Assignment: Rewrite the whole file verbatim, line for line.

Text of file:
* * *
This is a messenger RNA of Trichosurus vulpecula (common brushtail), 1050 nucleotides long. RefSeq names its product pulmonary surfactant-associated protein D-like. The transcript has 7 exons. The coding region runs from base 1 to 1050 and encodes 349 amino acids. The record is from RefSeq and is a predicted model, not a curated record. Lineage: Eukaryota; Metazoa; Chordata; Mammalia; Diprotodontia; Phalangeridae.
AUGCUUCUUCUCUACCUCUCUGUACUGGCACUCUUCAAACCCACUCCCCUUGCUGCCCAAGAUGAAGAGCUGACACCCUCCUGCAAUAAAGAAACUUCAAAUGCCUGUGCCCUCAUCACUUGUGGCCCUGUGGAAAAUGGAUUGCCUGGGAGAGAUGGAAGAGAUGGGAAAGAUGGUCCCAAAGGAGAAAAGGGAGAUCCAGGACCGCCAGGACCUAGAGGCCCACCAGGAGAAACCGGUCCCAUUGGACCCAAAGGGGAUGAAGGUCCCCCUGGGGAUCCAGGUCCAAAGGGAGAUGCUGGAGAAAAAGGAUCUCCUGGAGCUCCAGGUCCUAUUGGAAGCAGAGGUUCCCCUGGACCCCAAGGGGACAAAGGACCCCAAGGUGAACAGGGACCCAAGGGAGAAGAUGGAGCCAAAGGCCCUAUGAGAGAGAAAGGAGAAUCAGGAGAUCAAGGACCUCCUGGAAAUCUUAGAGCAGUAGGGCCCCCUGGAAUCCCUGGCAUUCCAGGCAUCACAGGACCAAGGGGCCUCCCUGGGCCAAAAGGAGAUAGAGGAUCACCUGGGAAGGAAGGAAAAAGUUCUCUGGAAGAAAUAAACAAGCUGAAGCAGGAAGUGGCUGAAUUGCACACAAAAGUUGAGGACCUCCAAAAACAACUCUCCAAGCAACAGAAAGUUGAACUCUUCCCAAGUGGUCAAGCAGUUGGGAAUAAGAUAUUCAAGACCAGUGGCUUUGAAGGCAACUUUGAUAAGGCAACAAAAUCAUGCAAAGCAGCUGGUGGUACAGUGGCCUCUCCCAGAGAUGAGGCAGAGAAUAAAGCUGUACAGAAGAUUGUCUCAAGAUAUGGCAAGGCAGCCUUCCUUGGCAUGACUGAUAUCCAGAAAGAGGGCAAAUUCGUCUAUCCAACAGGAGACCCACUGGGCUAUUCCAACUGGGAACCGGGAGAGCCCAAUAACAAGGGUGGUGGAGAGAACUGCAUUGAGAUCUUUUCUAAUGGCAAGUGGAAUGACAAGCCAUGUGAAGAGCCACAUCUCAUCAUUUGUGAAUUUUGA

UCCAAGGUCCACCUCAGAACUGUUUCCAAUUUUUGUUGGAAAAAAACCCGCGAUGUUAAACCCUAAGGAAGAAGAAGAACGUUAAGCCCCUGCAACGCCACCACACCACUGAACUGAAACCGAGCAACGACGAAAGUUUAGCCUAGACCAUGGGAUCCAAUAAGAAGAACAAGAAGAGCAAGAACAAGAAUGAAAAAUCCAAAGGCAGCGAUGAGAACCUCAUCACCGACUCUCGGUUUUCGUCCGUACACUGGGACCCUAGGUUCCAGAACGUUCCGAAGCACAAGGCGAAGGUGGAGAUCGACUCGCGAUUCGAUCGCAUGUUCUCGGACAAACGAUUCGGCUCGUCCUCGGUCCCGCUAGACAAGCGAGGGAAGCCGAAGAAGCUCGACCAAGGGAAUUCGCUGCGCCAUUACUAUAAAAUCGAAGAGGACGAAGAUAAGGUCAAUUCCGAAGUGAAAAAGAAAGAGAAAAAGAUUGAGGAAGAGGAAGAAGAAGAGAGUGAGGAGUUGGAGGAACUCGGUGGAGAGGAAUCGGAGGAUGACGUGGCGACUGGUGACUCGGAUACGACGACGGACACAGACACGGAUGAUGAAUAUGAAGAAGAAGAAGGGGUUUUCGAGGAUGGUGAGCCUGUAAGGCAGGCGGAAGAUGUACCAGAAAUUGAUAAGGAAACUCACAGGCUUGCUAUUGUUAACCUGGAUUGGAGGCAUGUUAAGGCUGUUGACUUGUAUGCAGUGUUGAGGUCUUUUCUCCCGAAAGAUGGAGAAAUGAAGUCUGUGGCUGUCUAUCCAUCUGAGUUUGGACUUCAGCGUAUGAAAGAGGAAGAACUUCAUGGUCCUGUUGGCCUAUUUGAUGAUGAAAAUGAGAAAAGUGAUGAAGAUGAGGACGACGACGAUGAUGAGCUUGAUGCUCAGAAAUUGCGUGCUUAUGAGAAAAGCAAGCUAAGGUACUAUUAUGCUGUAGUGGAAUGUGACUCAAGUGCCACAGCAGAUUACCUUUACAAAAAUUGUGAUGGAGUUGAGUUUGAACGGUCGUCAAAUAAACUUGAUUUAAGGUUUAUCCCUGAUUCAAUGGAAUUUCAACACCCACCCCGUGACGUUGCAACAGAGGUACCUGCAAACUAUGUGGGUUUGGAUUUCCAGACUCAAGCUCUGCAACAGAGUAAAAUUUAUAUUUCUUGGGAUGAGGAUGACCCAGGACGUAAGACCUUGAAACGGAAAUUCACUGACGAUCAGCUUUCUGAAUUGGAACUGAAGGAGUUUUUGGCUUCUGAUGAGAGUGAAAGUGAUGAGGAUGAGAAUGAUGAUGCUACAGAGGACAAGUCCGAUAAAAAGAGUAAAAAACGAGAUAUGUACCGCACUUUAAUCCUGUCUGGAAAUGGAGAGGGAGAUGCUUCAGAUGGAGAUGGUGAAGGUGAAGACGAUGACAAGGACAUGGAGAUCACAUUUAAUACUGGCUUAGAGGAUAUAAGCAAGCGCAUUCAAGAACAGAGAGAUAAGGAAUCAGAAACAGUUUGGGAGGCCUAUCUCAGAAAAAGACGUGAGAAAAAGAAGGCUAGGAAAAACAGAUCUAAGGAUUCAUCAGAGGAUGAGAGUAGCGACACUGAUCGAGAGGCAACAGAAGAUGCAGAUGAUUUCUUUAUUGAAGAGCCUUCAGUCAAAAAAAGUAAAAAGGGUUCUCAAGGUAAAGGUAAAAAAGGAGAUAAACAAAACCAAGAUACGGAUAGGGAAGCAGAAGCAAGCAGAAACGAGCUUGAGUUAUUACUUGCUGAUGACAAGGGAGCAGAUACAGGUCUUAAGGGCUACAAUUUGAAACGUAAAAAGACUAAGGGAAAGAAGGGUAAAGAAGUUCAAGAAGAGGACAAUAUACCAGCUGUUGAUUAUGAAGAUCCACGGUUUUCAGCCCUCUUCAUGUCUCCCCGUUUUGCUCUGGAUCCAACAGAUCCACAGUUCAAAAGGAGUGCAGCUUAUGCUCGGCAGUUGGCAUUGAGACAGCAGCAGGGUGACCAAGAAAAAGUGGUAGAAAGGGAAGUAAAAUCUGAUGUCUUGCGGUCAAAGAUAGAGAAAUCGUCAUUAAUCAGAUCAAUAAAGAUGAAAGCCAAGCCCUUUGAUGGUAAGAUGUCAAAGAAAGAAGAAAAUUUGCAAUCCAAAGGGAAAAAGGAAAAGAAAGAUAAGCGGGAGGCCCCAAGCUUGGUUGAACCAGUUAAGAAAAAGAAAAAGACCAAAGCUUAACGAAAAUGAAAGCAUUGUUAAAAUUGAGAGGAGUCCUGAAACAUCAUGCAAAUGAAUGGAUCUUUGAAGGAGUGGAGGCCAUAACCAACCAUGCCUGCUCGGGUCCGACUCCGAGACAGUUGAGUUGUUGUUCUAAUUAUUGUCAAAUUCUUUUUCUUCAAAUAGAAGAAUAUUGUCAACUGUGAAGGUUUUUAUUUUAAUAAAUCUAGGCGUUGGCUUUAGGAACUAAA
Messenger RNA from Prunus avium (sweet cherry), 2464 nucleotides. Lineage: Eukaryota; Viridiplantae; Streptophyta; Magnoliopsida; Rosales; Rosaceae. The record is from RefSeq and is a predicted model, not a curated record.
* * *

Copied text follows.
This is a messenger RNA of Trichosurus vulpecula (common brushtail), 1050 nucleotides long. RefSeq names its product pulmonary surfactant-associated protein D-like. The transcript has 7 exons. The coding region runs from base 1 to 1050 and encodes 349 amino acids. The record is from RefSeq and is a predicted model, not a curated record. Lineage: Eukaryota; Metazoa; Chordata; Mammalia; Diprotodontia; Phalangeridae.
AUGCUUCUUCUCUACCUCUCUGUACUGGCACUCUUCAAACCCACUCCCCUUGCUGCCCAAGAUGAAGAGCUGACACCCUCCUGCAAUAAAGAAACUUCAAAUGCCUGUGCCCUCAUCACUUGUGGCCCUGUGGAAAAUGGAUUGCCUGGGAGAGAUGGAAGAGAUGGGAAAGAUGGUCCCAAAGGAGAAAAGGGAGAUCCAGGACCGCCAGGACCUAGAGGCCCACCAGGAGAAACCGGUCCCAUUGGACCCAAAGGGGAUGAAGGUCCCCCUGGGGAUCCAGGUCCAAAGGGAGAUGCUGGAGAAAAAGGAUCUCCUGGAGCUCCAGGUCCUAUUGGAAGCAGAGGUUCCCCUGGACCCCAAGGGGACAAAGGACCCCAAGGUGAACAGGGACCCAAGGGAGAAGAUGGAGCCAAAGGCCCUAUGAGAGAGAAAGGAGAAUCAGGAGAUCAAGGACCUCCUGGAAAUCUUAGAGCAGUAGGGCCCCCUGGAAUCCCUGGCAUUCCAGGCAUCACAGGACCAAGGGGCCUCCCUGGGCCAAAAGGAGAUAGAGGAUCACCUGGGAAGGAAGGAAAAAGUUCUCUGGAAGAAAUAAACAAGCUGAAGCAGGAAGUGGCUGAAUUGCACACAAAAGUUGAGGACCUCCAAAAACAACUCUCCAAGCAACAGAAAGUUGAACUCUUCCCAAGUGGUCAAGCAGUUGGGAAUAAGAUAUUCAAGACCAGUGGCUUUGAAGGCAACUUUGAUAAGGCAACAAAAUCAUGCAAAGCAGCUGGUGGUACAGUGGCCUCUCCCAGAGAUGAGGCAGAGAAUAAAGCUGUACAGAAGAUUGUCUCAAGAUAUGGCAAGGCAGCCUUCCUUGGCAUGACUGAUAUCCAGAAAGAGGGCAAAUUCGUCUAUCCAACAGGAGACCCACUGGGCUAUUCCAACUGGGAACCGGGAGAGCCCAAUAACAAGGGUGGUGGAGAGAACUGCAUUGAGAUCUUUUCUAAUGGCAAGUGGAAUGACAAGCCAUGUGAAGAGCCACAUCUCAUCAUUUGUGAAUUUUGA

UCCAAGGUCCACCUCAGAACUGUUUCCAAUUUUUGUUGGAAAAAAACCCGCGAUGUUAAACCCUAAGGAAGAAGAAGAACGUUAAGCCCCUGCAACGCCACCACACCACUGAACUGAAACCGAGCAACGACGAAAGUUUAGCCUAGACCAUGGGAUCCAAUAAGAAGAACAAGAAGAGCAAGAACAAGAAUGAAAAAUCCAAAGGCAGCGAUGAGAACCUCAUCACCGACUCUCGGUUUUCGUCCGUACACUGGGACCCUAGGUUCCAGAACGUUCCGAAGCACAAGGCGAAGGUGGAGAUCGACUCGCGAUUCGAUCGCAUGUUCUCGGACAAACGAUUCGGCUCGUCCUCGGUCCCGCUAGACAAGCGAGGGAAGCCGAAGAAGCUCGACCAAGGGAAUUCGCUGCGCCAUUACUAUAAAAUCGAAGAGGACGAAGAUAAGGUCAAUUCCGAAGUGAAAAAGAAAGAGAAAAAGAUUGAGGAAGAGGAAGAAGAAGAGAGUGAGGAGUUGGAGGAACUCGGUGGAGAGGAAUCGGAGGAUGACGUGGCGACUGGUGACUCGGAUACGACGACGGACACAGACACGGAUGAUGAAUAUGAAGAAGAAGAAGGGGUUUUCGAGGAUGGUGAGCCUGUAAGGCAGGCGGAAGAUGUACCAGAAAUUGAUAAGGAAACUCACAGGCUUGCUAUUGUUAACCUGGAUUGGAGGCAUGUUAAGGCUGUUGACUUGUAUGCAGUGUUGAGGUCUUUUCUCCCGAAAGAUGGAGAAAUGAAGUCUGUGGCUGUCUAUCCAUCUGAGUUUGGACUUCAGCGUAUGAAAGAGGAAGAACUUCAUGGUCCUGUUGGCCUAUUUGAUGAUGAAAAUGAGAAAAGUGAUGAAGAUGAGGACGACGACGAUGAUGAGCUUGAUGCUCAGAAAUUGCGUGCUUAUGAGAAAAGCAAGCUAAGGUACUAUUAUGCUGUAGUGGAAUGUGACUCAAGUGCCACAGCAGAUUACCUUUACAAAAAUUGUGAUGGAGUUGAGUUUGAACGGUCGUCAAAUAAACUUGAUUUAAGGUUUAUCCCUGAUUCAAUGGAAUUUCAACACCCACCCCGUGACGUUGCAACAGAGGUACCUGCAAACUAUGUGGGUUUGGAUUUCCAGACUCAAGCUCUGCAACAGAGUAAAAUUUAUAUUUCUUGGGAUGAGGAUGACCCAGGACGUAAGACCUUGAAACGGAAAUUCACUGACGAUCAGCUUUCUGAAUUGGAACUGAAGGAGUUUUUGGCUUCUGAUGAGAGUGAAAGUGAUGAGGAUGAGAAUGAUGAUGCUACAGAGGACAAGUCCGAUAAAAAGAGUAAAAAACGAGAUAUGUACCGCACUUUAAUCCUGUCUGGAAAUGGAGAGGGAGAUGCUUCAGAUGGAGAUGGUGAAGGUGAAGACGAUGACAAGGACAUGGAGAUCACAUUUAAUACUGGCUUAGAGGAUAUAAGCAAGCGCAUUCAAGAACAGAGAGAUAAGGAAUCAGAAACAGUUUGGGAGGCCUAUCUCAGAAAAAGACGUGAGAAAAAGAAGGCUAGGAAAAACAGAUCUAAGGAUUCAUCAGAGGAUGAGAGUAGCGACACUGAUCGAGAGGCAACAGAAGAUGCAGAUGAUUUCUUUAUUGAAGAGCCUUCAGUCAAAAAAAGUAAAAAGGGUUCUCAAGGUAAAGGUAAAAAAGGAGAUAAACAAAACCAAGAUACGGAUAGGGAAGCAGAAGCAAGCAGAAACGAGCUUGAGUUAUUACUUGCUGAUGACAAGGGAGCAGAUACAGGUCUUAAGGGCUACAAUUUGAAACGUAAAAAGACUAAGGGAAAGAAGGGUAAAGAAGUUCAAGAAGAGGACAAUAUACCAGCUGUUGAUUAUGAAGAUCCACGGUUUUCAGCCCUCUUCAUGUCUCCCCGUUUUGCUCUGGAUCCAACAGAUCCACAGUUCAAAAGGAGUGCAGCUUAUGCUCGGCAGUUGGCAUUGAGACAGCAGCAGGGUGACCAAGAAAAAGUGGUAGAAAGGGAAGUAAAAUCUGAUGUCUUGCGGUCAAAGAUAGAGAAAUCGUCAUUAAUCAGAUCAAUAAAGAUGAAAGCCAAGCCCUUUGAUGGUAAGAUGUCAAAGAAAGAAGAAAAUUUGCAAUCCAAAGGGAAAAAGGAAAAGAAAGAUAAGCGGGAGGCCCCAAGCUUGGUUGAACCAGUUAAGAAAAAGAAAAAGACCAAAGCUUAACGAAAAUGAAAGCAUUGUUAAAAUUGAGAGGAGUCCUGAAACAUCAUGCAAAUGAAUGGAUCUUUGAAGGAGUGGAGGCCAUAACCAACCAUGCCUGCUCGGGUCCGACUCCGAGACAGUUGAGUUGUUGUUCUAAUUAUUGUCAAAUUCUUUUUCUUCAAAUAGAAGAAUAUUGUCAACUGUGAAGGUUUUUAUUUUAAUAAAUCUAGGCGUUGGCUUUAGGAACUAAA
Messenger RNA from Prunus avium (sweet cherry), 2464 nucleotides. Lineage: Eukaryota; Viridiplantae; Streptophyta; Magnoliopsida; Rosales; Rosaceae. The record is from RefSeq and is a predicted model, not a curated record.